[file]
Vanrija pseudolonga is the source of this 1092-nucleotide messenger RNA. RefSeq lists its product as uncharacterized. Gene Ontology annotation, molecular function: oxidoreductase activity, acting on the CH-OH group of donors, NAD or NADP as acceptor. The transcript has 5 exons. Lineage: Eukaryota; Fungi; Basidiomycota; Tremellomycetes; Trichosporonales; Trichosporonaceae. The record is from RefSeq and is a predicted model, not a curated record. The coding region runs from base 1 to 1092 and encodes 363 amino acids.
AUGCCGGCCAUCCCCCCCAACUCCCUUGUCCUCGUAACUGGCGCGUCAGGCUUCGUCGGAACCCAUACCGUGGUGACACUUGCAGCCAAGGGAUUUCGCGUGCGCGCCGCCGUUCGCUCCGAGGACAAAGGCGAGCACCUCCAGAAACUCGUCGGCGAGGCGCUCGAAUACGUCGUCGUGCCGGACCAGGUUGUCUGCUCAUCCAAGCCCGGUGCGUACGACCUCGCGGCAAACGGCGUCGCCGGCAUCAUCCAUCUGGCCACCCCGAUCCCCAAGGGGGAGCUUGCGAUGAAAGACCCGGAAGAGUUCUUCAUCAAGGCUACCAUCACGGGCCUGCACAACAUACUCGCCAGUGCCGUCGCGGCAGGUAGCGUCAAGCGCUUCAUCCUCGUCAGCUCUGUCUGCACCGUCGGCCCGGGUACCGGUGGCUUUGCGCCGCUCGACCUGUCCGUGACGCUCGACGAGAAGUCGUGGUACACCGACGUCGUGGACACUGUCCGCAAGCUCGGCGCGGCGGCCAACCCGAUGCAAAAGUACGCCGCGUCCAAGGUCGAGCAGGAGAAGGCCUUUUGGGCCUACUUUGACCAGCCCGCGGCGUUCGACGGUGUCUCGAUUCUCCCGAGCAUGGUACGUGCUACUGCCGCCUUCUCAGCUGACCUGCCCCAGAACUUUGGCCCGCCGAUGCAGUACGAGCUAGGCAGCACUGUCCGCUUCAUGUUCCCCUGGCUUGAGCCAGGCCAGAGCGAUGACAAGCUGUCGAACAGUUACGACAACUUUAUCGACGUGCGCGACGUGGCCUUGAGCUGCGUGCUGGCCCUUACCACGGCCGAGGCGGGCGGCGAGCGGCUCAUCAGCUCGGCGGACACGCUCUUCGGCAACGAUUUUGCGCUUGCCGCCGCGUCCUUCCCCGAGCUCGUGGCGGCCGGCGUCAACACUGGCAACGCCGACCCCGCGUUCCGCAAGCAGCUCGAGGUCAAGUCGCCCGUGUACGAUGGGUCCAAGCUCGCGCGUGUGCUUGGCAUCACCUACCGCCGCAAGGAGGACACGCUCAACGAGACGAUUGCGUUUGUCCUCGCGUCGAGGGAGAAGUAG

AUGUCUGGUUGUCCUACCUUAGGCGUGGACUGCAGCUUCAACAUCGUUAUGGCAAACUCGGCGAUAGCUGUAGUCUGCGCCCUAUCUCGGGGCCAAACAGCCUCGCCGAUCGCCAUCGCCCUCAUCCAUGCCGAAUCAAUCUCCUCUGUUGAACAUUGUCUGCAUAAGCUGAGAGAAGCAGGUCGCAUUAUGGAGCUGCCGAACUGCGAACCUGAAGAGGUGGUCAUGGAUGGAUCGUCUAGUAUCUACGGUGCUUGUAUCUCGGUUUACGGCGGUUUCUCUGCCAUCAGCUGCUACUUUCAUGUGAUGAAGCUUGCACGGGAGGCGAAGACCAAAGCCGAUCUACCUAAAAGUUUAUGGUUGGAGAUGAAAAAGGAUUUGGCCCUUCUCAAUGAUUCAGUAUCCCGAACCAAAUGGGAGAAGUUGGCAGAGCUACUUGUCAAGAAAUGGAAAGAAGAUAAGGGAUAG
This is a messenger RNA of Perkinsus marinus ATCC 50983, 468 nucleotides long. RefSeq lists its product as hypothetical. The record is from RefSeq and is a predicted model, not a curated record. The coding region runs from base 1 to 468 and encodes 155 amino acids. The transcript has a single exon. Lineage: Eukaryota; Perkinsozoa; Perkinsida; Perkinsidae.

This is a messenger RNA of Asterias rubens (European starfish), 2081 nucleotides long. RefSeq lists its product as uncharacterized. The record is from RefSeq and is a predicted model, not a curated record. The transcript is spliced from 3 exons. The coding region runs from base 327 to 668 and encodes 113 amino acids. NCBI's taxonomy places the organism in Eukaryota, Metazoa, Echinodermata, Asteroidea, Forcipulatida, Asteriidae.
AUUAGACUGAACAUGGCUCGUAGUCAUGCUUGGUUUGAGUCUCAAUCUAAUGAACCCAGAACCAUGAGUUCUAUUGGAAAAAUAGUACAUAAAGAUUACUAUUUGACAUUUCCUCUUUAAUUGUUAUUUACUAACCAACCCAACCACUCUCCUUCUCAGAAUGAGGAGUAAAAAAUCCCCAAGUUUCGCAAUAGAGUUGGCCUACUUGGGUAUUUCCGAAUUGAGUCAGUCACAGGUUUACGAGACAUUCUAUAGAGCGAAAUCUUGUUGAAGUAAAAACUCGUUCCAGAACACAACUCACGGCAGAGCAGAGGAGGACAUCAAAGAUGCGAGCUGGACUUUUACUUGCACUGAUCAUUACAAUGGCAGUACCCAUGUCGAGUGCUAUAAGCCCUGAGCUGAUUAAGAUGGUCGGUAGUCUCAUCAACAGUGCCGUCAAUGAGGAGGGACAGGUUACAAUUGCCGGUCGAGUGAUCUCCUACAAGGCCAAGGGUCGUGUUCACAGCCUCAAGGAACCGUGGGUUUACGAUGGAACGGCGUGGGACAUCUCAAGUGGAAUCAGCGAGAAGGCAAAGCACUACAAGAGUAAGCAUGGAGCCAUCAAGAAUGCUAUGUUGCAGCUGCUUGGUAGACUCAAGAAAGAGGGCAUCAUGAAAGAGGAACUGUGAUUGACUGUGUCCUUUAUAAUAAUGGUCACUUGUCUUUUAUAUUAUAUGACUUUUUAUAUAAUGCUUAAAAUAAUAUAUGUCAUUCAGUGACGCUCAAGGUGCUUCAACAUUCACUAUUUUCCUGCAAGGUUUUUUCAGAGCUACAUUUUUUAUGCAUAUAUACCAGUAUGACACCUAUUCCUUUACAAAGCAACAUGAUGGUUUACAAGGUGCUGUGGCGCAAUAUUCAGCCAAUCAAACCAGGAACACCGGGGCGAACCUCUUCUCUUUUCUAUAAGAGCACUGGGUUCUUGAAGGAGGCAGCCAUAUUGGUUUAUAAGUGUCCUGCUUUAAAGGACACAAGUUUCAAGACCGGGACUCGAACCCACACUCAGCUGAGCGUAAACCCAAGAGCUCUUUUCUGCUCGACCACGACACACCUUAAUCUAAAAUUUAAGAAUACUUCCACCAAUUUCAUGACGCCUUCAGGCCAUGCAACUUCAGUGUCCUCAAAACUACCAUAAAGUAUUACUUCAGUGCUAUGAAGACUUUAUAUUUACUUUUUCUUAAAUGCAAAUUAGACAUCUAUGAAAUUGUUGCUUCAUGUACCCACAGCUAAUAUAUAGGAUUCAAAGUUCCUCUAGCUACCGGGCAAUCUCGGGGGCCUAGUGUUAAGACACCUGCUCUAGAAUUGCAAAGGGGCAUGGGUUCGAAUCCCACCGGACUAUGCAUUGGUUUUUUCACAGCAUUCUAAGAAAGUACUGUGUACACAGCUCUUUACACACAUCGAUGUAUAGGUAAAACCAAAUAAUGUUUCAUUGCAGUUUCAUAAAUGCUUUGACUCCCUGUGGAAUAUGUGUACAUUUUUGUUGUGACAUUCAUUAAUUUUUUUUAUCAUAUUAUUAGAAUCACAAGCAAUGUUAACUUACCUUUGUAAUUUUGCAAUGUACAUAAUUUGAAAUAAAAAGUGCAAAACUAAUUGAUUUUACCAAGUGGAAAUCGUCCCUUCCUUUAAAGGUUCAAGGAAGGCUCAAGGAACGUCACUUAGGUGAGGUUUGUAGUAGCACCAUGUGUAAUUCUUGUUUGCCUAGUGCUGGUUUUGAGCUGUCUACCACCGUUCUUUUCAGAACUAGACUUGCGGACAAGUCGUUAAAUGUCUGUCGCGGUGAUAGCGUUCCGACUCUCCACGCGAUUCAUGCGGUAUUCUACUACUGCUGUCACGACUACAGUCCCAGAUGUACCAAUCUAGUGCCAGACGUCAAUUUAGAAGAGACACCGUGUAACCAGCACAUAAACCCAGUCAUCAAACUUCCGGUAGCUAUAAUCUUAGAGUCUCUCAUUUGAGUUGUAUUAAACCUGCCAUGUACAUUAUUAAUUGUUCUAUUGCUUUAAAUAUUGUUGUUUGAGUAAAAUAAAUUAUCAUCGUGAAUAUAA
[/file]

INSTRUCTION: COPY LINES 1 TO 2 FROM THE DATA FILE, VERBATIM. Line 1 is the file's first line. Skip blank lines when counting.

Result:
Vanrija pseudolonga is the source of this 1092-nucleotide messenger RNA. RefSeq lists its product as uncharacterized. Gene Ontology annotation, molecular function: oxidoreductase activity, acting on the CH-OH group of donors, NAD or NADP as acceptor. The transcript has 5 exons. Lineage: Eukaryota; Fungi; Basidiomycota; Tremellomycetes; Trichosporonales; Trichosporonaceae. The record is from RefSeq and is a predicted model, not a curated record. The coding region runs from base 1 to 1092 and encodes 363 amino acids.
AUGCCGGCCAUCCCCCCCAACUCCCUUGUCCUCGUAACUGGCGCGUCAGGCUUCGUCGGAACCCAUACCGUGGUGACACUUGCAGCCAAGGGAUUUCGCGUGCGCGCCGCCGUUCGCUCCGAGGACAAAGGCGAGCACCUCCAGAAACUCGUCGGCGAGGCGCUCGAAUACGUCGUCGUGCCGGACCAGGUUGUCUGCUCAUCCAAGCCCGGUGCGUACGACCUCGCGGCAAACGGCGUCGCCGGCAUCAUCCAUCUGGCCACCCCGAUCCCCAAGGGGGAGCUUGCGAUGAAAGACCCGGAAGAGUUCUUCAUCAAGGCUACCAUCACGGGCCUGCACAACAUACUCGCCAGUGCCGUCGCGGCAGGUAGCGUCAAGCGCUUCAUCCUCGUCAGCUCUGUCUGCACCGUCGGCCCGGGUACCGGUGGCUUUGCGCCGCUCGACCUGUCCGUGACGCUCGACGAGAAGUCGUGGUACACCGACGUCGUGGACACUGUCCGCAAGCUCGGCGCGGCGGCCAACCCGAUGCAAAAGUACGCCGCGUCCAAGGUCGAGCAGGAGAAGGCCUUUUGGGCCUACUUUGACCAGCCCGCGGCGUUCGACGGUGUCUCGAUUCUCCCGAGCAUGGUACGUGCUACUGCCGCCUUCUCAGCUGACCUGCCCCAGAACUUUGGCCCGCCGAUGCAGUACGAGCUAGGCAGCACUGUCCGCUUCAUGUUCCCCUGGCUUGAGCCAGGCCAGAGCGAUGACAAGCUGUCGAACAGUUACGACAACUUUAUCGACGUGCGCGACGUGGCCUUGAGCUGCGUGCUGGCCCUUACCACGGCCGAGGCGGGCGGCGAGCGGCUCAUCAGCUCGGCGGACACGCUCUUCGGCAACGAUUUUGCGCUUGCCGCCGCGUCCUUCCCCGAGCUCGUGGCGGCCGGCGUCAACACUGGCAACGCCGACCCCGCGUUCCGCAAGCAGCUCGAGGUCAAGUCGCCCGUGUACGAUGGGUCCAAGCUCGCGCGUGUGCUUGGCAUCACCUACCGCCGCAAGGAGGACACGCUCAACGAGACGAUUGCGUUUGUCCUCGCGUCGAGGGAGAAGUAG